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Thursday, 28 July 2016

Georgia O'Keeffe

When I hear the words, Georgia O'Keeffe, I think of flowers.  Big, voluminous, wafty flowers. I try not to think of the other theme (that starts with the letter 'v' and rhymes with 'angina' ) that is associated with her work but I'm afraid I do.

'Jimson Weed/White Flower No 1' (1932)
(http://www.tate.org.uk(

I have nothing against flowers and bones and the arid New Mexico landscape which features so heavily in Ms O'Keeffe's work. But the real reason I am drawn to her art is  the force of personality which was required to make it. It is tough now to make it as a creative artist and I imagine that during the early 1900s it was tougher still for a woman to stake her claim as an artist and make a living from it.

I am drawn to O'Keeffe's work because I am intrigued by her life.

Therefore when a friend asked me if I would like to attend the Georgia O'Keeffe retrospective at the Tate Modern, I was game. I had never seen an O'Keeffe painting in real life and was curious to learn more about her.

On the day of our excursion, we were four school mums who had met courtesy of our kids attending the same school. Our other commonality was a shared interest in the creative arts. Dropping our kinder off, we felt free and easy as we travelled to the Tate in our sandals and summer clothing. It was the hottest London day so far of the year; a fitting atmosphere through which to view paintings of bones bleached white by the sun and the blues and reds of the desert. One of our party was knowledgeable in art history and gave us a background brief on how the relationship between O'Keeffe and Alfred Steglitz  had helped O'Keeffe as an artist.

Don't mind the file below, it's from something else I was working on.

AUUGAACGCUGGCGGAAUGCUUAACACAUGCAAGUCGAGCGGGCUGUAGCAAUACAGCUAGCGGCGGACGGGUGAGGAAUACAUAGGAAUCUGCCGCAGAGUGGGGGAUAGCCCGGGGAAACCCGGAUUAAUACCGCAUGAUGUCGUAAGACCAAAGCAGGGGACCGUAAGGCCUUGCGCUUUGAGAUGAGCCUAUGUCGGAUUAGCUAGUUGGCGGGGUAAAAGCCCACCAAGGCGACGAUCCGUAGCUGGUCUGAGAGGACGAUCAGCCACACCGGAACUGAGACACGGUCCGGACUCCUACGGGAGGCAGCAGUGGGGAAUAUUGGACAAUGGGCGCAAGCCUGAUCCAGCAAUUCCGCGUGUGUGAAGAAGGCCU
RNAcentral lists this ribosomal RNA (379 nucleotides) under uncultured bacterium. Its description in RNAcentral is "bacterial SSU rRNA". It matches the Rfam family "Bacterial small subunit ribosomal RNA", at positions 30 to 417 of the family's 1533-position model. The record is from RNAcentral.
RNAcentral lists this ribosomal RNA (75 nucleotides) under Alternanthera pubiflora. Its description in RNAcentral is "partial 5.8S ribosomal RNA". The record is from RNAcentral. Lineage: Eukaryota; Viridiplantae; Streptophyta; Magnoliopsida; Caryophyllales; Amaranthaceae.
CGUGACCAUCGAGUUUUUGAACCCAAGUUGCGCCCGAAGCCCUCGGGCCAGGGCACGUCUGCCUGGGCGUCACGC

'From the Faraway, Nearby'
(http://www.metmuseum.org)

The retrospective once we arrived was extensive and thorough. It guided us through sequential phases of O'Keeffe's life as an artist and the influences in each period.  Her flowers were blousy and beautiful; vivid in the way I had imagined them to be but it was her work at Lake George which resonated most with me. The cool, calm and serene images were a balm to my senses on a hot London day. Below was my favourite painting from the exhibition:


'Lake George' (1922)
http://sfbaytimes.com/modern-nature-georgia-okeeffe-and-lake-george)

Paintings not withstanding, I was equally drawn to photos of O'Keefe displayed throughout. Even as a young woman, her face gave nothing and everything away at the same time. It had a proper, 'don't fuck me with me look about it.'  Most of all, I liked the photos of O'Keefe as an older woman going about her life in New Mexico. Her face looks worn in and etched, as if the artist herself had chosen the patchwork of lines which decorated it.


http://www.photographydealers.com/

Afterwards as we walked back out into the sunshine and made our way to lunch, O'Keefe's face was still in the forefront of my mind.

I wonder what Georgia O'Keefe would have looked like as a four year old?  I mused aloud.

She would have looked like an old lady, came the reply. She was born looking like an old lady.

It's true that some faces take a lifetime to grow into. Georgia O'Keefe had ninety-eight years to do so and in that time, she gave us her work and her life.

It's an inspiration to all of us with old faces.

Georgia O'Keeffe at the Tate ModernJuly 6 - October 30, 2016
Bankside, London, SE1 9TG



  

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